This is an archived article and the information in the article may be outdated. Please look at the time stamp on the story to see when it was last updated.

ST. LOUIS – An icon, civil rights activist and ground-breaking lawyer – that’s who Frankie Muse Freeman was and will always be remembered by.

Freeman lived for 101-years, but it’s the fortitude she showed through those years that will forever live on.

“From the beginning, I believed in the value of all people and I’ve tried to work for that for all of my life,” Freeman said.

Freeman, throughout her life, became ever vigilante in breaking the status quo.

As a graduate of Howard University Law school, her most notable case is when she served as lead counsel in the landmark 1954 Davis versus the St. Louis Housing Authority.

That case alone ultimately ended legal racial discrimination in public housing.

Former president of the St. Louis Urban League James Buford worked hand in hand with Freeman during most of her time in St. Louis.

“She was the greatest woman I ever met,” Buford said. “I’ve been involved with Frankie Freeman for 58 years. She served as chair of my board. First African-American woman to serve as board of the Nation Urban League and first woman to be chair of the Urban League Board.”

Being first was not an anomaly to Freeman, she was also the first woman appointed to the U.S. Commission on Civil Rights.

And in 2015, President Barack Obama appointed her to serve as a member of the Commission on Presidential Scholars, an honor Freeman said in 2016 she adored.

“I’m blessed because all of all the president I wanted to be at least appointed by him,” Freeman said.

In 2017, hundreds gathered to induct Freeman into the St. Louis Walk of Fame and dedicate a bronze statue for her contributions to the civil rights movement.

“She didn’t want to be a statue,” Buford said. “She just wanted to make a difference. She said it in many interviews. I just want do away with desegregation and make everybody equal.”

“There has been progress and there continues to be progress, but there’s work to do,” she said. “We’ve all got work to do!”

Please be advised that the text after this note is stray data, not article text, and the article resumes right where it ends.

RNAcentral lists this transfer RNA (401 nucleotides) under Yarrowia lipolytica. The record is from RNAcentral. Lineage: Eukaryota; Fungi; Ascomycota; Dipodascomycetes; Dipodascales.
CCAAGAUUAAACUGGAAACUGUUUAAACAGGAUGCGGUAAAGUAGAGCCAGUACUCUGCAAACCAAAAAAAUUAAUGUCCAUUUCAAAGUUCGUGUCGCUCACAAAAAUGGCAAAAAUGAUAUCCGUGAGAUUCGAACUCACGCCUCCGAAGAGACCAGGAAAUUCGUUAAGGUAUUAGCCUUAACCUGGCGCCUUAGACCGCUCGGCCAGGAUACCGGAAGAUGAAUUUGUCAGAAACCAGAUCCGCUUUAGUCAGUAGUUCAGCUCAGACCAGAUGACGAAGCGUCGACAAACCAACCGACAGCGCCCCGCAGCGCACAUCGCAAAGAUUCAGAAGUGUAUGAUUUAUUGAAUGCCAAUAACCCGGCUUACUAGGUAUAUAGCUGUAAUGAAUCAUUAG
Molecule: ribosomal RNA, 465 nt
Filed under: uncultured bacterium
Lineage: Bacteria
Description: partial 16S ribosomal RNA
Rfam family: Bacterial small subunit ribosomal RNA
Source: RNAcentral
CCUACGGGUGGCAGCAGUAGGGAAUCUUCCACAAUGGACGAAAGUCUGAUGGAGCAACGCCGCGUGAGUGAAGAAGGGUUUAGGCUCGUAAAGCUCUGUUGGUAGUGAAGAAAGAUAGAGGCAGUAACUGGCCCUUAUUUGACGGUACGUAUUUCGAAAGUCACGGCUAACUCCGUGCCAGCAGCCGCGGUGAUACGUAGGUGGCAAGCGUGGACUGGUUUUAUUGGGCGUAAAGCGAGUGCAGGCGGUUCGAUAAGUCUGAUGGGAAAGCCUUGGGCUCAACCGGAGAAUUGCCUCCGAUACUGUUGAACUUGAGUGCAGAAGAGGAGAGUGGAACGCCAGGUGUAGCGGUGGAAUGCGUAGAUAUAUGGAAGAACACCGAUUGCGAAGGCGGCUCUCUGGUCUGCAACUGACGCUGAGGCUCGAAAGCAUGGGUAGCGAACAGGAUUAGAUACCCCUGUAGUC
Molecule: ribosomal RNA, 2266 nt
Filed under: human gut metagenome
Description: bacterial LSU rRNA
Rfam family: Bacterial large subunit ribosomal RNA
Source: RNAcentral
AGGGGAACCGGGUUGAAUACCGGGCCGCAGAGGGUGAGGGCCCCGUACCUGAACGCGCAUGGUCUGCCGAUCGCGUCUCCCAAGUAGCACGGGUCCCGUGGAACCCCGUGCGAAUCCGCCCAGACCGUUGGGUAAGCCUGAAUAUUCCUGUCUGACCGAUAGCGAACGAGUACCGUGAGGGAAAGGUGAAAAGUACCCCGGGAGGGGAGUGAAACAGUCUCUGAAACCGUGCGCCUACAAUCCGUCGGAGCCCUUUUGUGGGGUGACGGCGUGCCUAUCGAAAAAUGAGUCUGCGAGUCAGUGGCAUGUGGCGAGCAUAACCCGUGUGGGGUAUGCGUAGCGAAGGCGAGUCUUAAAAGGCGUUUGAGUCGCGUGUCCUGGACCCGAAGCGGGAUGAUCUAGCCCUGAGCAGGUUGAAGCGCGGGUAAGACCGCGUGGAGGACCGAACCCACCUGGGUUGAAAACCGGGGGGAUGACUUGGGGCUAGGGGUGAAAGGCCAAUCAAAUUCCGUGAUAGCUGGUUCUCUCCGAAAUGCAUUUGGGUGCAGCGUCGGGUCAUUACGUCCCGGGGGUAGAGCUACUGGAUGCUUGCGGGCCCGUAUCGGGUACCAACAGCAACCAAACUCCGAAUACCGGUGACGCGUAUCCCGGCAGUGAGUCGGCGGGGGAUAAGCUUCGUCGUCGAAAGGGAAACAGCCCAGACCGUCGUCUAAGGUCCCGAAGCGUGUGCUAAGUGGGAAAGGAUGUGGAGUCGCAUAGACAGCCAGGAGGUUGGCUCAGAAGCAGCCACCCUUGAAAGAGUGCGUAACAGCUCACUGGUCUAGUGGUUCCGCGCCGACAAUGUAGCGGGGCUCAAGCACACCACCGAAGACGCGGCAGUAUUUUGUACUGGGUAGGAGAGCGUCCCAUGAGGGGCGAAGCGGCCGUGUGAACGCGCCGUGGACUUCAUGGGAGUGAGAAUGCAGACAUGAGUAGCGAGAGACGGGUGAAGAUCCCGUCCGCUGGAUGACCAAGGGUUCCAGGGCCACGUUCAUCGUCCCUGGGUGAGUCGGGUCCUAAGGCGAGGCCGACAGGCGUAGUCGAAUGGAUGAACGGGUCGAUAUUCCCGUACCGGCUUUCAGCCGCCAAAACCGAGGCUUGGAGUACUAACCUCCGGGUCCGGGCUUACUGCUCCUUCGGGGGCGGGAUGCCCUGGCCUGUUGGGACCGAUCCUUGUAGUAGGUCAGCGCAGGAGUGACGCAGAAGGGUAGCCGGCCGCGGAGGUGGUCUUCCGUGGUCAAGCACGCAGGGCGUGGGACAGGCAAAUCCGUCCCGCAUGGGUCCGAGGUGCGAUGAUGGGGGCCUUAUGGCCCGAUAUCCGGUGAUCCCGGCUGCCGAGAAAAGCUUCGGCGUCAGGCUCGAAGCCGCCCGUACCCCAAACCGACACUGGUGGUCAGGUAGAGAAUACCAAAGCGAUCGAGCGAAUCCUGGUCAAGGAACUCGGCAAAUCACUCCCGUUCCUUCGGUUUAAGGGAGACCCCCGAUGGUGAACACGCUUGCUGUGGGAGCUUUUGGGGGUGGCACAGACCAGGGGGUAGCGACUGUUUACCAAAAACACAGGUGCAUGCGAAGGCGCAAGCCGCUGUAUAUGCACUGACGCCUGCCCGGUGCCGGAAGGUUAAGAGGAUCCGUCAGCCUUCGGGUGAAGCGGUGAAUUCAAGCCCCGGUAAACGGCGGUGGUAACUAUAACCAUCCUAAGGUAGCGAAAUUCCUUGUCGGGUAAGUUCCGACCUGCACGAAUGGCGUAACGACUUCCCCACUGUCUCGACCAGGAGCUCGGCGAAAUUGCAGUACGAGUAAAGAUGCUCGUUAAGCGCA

Freeman also served as a past president of Delta Sigma Theta Sorority and her passing comes as they celebrate their 105th Founder’s Day.

NAACP Statement:

Attorney Frankie Muse Freeman, civil rights icon and St. Louis City NAACP Executive Board member,
died on Friday, January 12, 2018.

“St. Louis and the nation have lost one of its most cherished civil rights leaders,” said Adolphus M. Pruitt
II, president of the St. Louis City NAACP. “Freeman’s legal career in St. Louis spanned more than 60

Attorney Freeman was the lead attorney for the 1954 landmark NAACP case Davis et al. v. the St. Louis
Housing authority which ended legal segregation in public housing within St. Louis. In 1964, she became
the first woman to serve on the United State Commission on Civil Rights. Appointed by President
Lyndon B. Johnson, she was reappointed by Presidents Nixon, Ford and Carter.

In October of 2016, the St. Louis City NAACP hosted a 100th Birthday Bash in honor of Freeman to
celebrate her life and legacy. Also, the St. Louis City NAACP commissioned a bronze statue of Attorney
Freeman that was installed in Kiener Plaza on November 21, 2017 and gifted to the City of St. Louis.
“If I were to tell a tale about Frankie’s lifework, I would say she tackled civil rights issues like the work
of a blacksmith, forging a brighter future for society and bending the iron will of those who would oppose
such,” said Adolphus Pruitt during the Birthday Bash.

In 1964, Freeman was elected 14th National President of Delta Sigma Theta Sorority, Inc., a national
membership organization of over 200,000 college educated woman. In 2010, the St. Louis Post-Dispatch
named Freeman Citizen of the Year. In 2011, she received the prestigious NAACP Spingarn Medal, the
National NAACP’s highest honor. Freeman was inducted into the St. Louis Walk of Fame, the
International Civil Rights Walk of Fame at the Dr. Martin Luther King, Jr. National Historic Site in
Atlanta, Georgia, and the National Bar Association’s Hall of Fame. She was presented the Right Arm of
St. Louis Award from the St. Louis Regional Chamber of Commerce and the inaugural Sister Mary Byles
Peace and Justice Award from Maryville University.

A graduate of Hampton University and the Howard University Law School, Freeman published her
memoir in 2003, “A Song of Faith and Hope: The Life of Frankie Muse Freeman. In 2015, President
Obama appointed Freeman to the Commission on Presidential Scholars.

Statement from former U.S. Congressman William Clay:


Washington, D.C. – Retired Congressman Bill Clay, Sr.  “In the death of Frankie Freeman, the nation has lost one of its greatest crusaders for racial and  sexual justice.  She was a trailblazer for equality in the same mode as W.E.B. Dubois, Thurgood Marshall, and Dorothy Height—among others.”

“In her 8 decades of challenging bigotry and overcoming much of it, she leaves a legacy for future generations of freedom fighters to emulate.  Imagine to what degree and number of the oppressed would be if Frankie had not so persistently fought to right the wrongs of this nation.”